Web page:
Video

Video Aceh Rebuilt Decade After Tsunami, But Scars Remain

On December 26, 2004 there was an earthquake in the Indian Ocean so powerful it caused the Earth’s axis to wobble a few centimeters. Onshore on the island of Sumatra, the resulting tsunami was devastating. A decade later, VOA Correspondent Steve Herman reports from Banda Aceh, Indonesia, where although there is little remaining evidence of the physical devastation, the psychological scars among survivors remain.
Video

Video Refugees Living in Kenya Long for Peace in the Home Countries

Kenya is host to numerous refugees seeking safe haven from conflict. Immigrants from Somalia face challenges in their new lives in Kenya. Ahead of International Migrants Day (December 18) Lenny Ruvaga has more for VOA News from the Kenyan capital.
Video

Video Turkey's Authoritarianism Dismays Western Allies

The Turkish government has been defiant in the face of criticism at home and abroad for its raids targeting opposition media. The European Union on Monday expressed dismay after President Recep Tayyip Erdogan lashed out at Brussels for criticizing his government's action. Turkey's bid to be considered for EU membership has been on hold while critics accuse the NATO ally of increasingly authoritarian rule. Zlatica Hoke reports.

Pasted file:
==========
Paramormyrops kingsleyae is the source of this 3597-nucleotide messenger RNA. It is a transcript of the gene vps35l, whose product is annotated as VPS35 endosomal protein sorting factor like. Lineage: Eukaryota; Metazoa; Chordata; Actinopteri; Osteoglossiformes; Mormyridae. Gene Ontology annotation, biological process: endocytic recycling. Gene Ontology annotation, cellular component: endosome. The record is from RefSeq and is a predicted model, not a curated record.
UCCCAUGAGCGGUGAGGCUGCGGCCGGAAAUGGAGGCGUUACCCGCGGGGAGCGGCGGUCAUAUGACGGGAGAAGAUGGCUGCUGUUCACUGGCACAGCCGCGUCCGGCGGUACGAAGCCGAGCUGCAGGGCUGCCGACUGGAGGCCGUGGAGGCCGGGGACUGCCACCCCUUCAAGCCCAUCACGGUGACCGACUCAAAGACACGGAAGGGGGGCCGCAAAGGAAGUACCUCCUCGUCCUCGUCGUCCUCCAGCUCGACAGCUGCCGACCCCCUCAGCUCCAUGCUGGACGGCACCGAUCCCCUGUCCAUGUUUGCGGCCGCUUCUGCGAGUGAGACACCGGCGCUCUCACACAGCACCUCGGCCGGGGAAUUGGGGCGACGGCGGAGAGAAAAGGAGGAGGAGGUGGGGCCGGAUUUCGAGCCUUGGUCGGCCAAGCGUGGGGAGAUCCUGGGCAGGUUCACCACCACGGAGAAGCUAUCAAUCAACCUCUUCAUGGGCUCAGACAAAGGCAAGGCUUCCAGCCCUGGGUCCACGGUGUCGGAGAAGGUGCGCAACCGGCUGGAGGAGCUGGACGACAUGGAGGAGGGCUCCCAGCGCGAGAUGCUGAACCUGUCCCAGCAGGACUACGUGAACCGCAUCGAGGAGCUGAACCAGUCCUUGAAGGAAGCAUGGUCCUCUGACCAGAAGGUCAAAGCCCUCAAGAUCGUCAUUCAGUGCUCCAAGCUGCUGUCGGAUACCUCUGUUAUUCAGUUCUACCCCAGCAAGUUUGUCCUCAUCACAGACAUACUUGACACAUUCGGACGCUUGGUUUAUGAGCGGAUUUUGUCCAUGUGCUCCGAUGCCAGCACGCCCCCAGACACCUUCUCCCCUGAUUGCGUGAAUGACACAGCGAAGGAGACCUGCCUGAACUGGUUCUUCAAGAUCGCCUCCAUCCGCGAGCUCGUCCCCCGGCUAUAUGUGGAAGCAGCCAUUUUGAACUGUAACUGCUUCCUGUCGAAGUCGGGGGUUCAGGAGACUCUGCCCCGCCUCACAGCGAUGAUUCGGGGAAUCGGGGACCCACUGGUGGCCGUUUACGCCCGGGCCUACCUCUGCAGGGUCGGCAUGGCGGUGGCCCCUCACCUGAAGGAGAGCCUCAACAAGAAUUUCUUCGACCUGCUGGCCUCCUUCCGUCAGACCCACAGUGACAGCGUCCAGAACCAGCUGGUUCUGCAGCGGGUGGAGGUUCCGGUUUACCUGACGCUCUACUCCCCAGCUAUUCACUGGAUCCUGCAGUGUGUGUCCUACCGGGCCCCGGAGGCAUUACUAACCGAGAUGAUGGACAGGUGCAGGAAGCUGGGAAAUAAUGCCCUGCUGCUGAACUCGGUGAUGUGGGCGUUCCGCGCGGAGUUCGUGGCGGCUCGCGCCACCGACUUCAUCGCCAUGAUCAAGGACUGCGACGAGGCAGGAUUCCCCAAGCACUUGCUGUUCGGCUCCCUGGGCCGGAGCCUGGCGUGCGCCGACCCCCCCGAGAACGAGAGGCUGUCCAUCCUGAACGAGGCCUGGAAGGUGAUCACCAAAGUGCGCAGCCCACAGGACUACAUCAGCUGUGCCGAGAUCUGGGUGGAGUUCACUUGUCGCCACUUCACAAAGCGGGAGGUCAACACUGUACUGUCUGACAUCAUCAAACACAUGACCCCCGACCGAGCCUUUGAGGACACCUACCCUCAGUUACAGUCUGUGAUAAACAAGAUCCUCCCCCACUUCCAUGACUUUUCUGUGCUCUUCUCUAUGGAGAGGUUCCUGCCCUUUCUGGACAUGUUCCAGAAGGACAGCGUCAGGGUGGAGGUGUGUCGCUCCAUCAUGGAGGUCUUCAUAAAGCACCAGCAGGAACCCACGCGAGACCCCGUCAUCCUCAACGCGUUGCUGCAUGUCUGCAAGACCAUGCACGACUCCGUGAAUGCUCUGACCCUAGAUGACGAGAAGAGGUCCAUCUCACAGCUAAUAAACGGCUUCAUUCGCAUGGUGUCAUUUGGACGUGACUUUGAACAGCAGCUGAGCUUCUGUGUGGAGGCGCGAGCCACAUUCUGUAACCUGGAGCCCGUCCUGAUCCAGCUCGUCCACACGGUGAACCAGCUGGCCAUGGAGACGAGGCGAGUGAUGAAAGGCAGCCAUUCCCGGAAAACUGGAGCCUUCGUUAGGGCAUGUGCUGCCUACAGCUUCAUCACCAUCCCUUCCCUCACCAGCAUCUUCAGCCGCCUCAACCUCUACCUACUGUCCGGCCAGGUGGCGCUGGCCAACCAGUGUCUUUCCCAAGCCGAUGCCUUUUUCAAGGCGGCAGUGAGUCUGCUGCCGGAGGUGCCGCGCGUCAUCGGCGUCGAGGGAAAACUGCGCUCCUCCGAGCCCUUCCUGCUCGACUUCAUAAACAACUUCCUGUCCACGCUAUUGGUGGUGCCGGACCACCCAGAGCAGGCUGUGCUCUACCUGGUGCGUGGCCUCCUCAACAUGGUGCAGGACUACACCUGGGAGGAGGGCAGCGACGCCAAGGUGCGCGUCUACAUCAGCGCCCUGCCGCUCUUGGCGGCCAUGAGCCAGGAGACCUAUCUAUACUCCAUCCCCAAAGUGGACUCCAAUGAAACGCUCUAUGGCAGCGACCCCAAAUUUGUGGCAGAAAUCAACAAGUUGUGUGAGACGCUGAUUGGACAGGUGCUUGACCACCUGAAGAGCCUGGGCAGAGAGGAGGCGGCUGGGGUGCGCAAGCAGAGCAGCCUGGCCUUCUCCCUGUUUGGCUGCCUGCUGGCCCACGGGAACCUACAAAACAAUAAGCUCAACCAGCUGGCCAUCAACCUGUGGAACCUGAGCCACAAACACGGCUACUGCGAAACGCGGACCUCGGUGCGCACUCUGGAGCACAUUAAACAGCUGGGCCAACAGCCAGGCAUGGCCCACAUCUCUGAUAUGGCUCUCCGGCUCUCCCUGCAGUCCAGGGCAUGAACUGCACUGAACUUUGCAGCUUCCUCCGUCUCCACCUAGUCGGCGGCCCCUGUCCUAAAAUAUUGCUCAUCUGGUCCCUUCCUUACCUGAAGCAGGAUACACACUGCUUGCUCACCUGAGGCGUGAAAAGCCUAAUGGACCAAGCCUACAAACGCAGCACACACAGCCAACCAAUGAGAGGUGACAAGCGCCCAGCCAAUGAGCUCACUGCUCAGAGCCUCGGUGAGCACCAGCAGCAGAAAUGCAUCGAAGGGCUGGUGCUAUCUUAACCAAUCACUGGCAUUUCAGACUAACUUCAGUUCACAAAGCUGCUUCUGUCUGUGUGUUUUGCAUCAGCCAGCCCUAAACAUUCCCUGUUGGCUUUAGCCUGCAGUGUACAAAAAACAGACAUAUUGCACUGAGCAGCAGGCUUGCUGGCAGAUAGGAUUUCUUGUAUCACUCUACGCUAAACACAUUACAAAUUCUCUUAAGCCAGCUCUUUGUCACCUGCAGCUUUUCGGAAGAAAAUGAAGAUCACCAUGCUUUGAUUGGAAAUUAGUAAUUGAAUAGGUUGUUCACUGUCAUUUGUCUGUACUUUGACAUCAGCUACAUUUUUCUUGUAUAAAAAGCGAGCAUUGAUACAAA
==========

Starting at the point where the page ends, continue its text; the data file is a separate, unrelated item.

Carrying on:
Video

Video US-China Year in Review: Hong Kong to Climate Change

The United States is pushing for a code of conduct to resolve territorial disputes in the South China Sea as it works to improve commercial ties with Beijing. VOA State Department correspondent Scott Stearns reports on a year of U.S. policy toward China from Hong Kong to climate change.
Video

Video Japanese Leader’s Election Win Raises Potential for Conflict with Neighbors

Japan’s Prime Minister Shinzo Abe and his allies easily won a two-thirds majority in parliament Sunday, even though the country has slipped into recession under his conservative policies. VOA’s Brian Padden reports from Seoul, that the prime minister’s victory will empower him to continue economic reforms but also pursue a nationalist agenda that will likely increase tensions with Japan’s neighbors.
Video

Video Nuba Mountain Families Hide in Caves to Escape Aerial Bombings

Despite ongoing peace talks between Sudan's government and the rebel Sudan People’s Liberation Movement-North, or SPLM-N, daily aerial attacks continue in South Kordofan province’s Nuba Mountains. Adam Bailes was there and reports for VOA that government forces are targeting civilian areas, rather than military positions, with their daily bombardments.

All About America

AppleAndroid